Published online by Cambridge University Press: 21 June 2019
The languages of the world differ in their use of intrinsic, relative, and absolute reference frames to describe spatial relationships, but factors guiding reference frame choices are not yet well understood. This paper addresses the role of animacy and linguistic construction in reference frame choices in English and Spanish. During each trial of two experiments, adult participants saw a spatial scene along with a sentence describing the location of an object (locatum) relative to another object (relatum) that was animate or human(-like) to varying degrees. The scene presented two possible referents for the locatum, and participants decided which referent the description referred to, revealing which reference frame they used to interpret the sentence. Results showed that reference frame choices differed systematically between languages. In English, the non-possessive construction (X is to the left of Y) was consistently associated with the relative reference frame, and the possessive construction (X is on Y’s left) was associated with the intrinsic reference frame. In Spanish, the intrinsic interpretation was dominant throughout, except for the non-possessive construction with relata that were not anthropomorphic, animate, or human. We discuss the results with respect to the languages’ syntactic repertory, and the notion of inalienable possession.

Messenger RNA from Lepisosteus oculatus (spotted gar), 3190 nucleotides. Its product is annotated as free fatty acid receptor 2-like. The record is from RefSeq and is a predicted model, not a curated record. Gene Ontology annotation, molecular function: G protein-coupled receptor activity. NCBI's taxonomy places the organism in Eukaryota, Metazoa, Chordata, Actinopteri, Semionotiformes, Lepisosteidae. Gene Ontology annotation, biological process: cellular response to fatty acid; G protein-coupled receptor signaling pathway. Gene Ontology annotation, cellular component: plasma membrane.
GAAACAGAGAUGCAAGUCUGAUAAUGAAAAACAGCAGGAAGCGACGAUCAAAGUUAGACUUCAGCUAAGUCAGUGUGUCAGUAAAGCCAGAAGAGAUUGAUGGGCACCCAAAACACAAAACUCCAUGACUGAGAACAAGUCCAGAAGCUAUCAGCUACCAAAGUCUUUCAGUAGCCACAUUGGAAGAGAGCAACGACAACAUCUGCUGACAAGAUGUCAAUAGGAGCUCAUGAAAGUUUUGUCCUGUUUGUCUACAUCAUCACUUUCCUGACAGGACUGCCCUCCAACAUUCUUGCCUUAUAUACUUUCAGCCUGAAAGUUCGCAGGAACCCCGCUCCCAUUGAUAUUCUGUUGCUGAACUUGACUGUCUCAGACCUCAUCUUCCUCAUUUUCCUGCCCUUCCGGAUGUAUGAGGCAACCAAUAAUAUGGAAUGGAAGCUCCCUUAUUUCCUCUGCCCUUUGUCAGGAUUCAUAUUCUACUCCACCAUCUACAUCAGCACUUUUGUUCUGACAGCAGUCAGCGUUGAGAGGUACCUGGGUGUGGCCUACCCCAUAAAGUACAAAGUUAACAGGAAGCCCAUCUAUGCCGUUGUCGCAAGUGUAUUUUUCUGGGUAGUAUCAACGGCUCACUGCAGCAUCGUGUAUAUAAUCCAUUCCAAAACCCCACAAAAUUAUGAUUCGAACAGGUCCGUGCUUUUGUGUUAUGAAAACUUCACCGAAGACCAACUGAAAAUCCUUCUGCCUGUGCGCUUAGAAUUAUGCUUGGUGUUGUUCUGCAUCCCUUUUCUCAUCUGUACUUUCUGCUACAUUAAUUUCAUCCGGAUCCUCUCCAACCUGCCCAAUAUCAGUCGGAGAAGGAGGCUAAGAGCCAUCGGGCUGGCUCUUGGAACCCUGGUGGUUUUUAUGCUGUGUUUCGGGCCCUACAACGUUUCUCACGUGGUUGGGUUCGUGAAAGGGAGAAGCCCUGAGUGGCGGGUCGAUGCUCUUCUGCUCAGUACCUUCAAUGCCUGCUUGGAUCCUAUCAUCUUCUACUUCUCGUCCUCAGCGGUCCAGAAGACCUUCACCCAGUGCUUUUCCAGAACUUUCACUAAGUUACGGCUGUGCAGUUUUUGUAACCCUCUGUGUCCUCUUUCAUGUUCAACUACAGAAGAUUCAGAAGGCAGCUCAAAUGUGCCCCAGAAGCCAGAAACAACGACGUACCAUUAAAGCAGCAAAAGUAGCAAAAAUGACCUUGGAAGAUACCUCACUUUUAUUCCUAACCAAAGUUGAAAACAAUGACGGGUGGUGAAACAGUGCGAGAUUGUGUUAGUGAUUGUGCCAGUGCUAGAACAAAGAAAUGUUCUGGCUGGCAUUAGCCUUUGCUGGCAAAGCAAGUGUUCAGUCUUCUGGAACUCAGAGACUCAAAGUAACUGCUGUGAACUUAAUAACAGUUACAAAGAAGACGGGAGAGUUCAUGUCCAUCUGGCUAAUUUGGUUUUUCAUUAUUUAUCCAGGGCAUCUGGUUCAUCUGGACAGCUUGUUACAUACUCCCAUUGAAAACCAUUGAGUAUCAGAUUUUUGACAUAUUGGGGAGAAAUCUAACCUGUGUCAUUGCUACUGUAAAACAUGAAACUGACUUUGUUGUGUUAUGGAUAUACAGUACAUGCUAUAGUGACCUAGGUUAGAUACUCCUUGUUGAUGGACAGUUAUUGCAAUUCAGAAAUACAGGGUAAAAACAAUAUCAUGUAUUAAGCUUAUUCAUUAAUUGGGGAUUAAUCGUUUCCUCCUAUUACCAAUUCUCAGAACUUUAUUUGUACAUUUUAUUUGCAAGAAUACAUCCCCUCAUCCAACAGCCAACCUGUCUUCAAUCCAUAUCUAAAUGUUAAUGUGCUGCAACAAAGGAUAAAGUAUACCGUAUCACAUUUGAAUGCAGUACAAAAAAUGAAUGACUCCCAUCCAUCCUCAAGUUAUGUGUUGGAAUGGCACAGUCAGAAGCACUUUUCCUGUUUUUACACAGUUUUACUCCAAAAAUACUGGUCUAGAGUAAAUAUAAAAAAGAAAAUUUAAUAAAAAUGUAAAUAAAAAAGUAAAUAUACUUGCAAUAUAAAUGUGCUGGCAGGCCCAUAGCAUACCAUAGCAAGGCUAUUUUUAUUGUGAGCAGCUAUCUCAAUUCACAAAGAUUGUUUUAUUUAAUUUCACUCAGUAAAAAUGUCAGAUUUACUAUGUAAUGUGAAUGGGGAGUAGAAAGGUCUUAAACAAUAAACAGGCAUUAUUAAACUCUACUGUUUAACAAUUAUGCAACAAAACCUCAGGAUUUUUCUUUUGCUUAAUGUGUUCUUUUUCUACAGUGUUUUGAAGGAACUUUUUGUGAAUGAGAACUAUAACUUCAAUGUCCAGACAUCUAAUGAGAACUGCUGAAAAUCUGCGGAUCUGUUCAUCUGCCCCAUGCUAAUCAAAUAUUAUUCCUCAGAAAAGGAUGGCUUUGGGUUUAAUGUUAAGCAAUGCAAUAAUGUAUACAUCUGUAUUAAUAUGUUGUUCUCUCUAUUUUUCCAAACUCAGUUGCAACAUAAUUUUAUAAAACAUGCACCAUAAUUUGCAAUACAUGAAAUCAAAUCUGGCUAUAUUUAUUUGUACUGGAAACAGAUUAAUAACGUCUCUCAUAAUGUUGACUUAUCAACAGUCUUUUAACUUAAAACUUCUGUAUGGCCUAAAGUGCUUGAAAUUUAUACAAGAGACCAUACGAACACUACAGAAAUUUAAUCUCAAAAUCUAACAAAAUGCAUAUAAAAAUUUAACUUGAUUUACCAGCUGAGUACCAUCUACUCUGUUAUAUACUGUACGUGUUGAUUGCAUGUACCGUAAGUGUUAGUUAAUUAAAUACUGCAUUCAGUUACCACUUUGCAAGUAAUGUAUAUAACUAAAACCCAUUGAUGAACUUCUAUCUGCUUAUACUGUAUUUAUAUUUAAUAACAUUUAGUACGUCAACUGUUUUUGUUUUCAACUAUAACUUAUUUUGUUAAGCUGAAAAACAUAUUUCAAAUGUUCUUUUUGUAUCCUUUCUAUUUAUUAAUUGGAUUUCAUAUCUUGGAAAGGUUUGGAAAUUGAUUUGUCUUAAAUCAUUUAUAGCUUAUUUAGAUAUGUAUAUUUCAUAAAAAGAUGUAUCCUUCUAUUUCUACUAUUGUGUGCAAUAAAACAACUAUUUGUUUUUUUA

We would like to thank the participants for taking part in our study and two anonymous reviewers and the editor for their helpful comments and suggestions. We would also like to thank Bodo Winter and Shravan Vashishth for helpful suggestions regarding the statistical analyses. Any remaining errors are of course our own.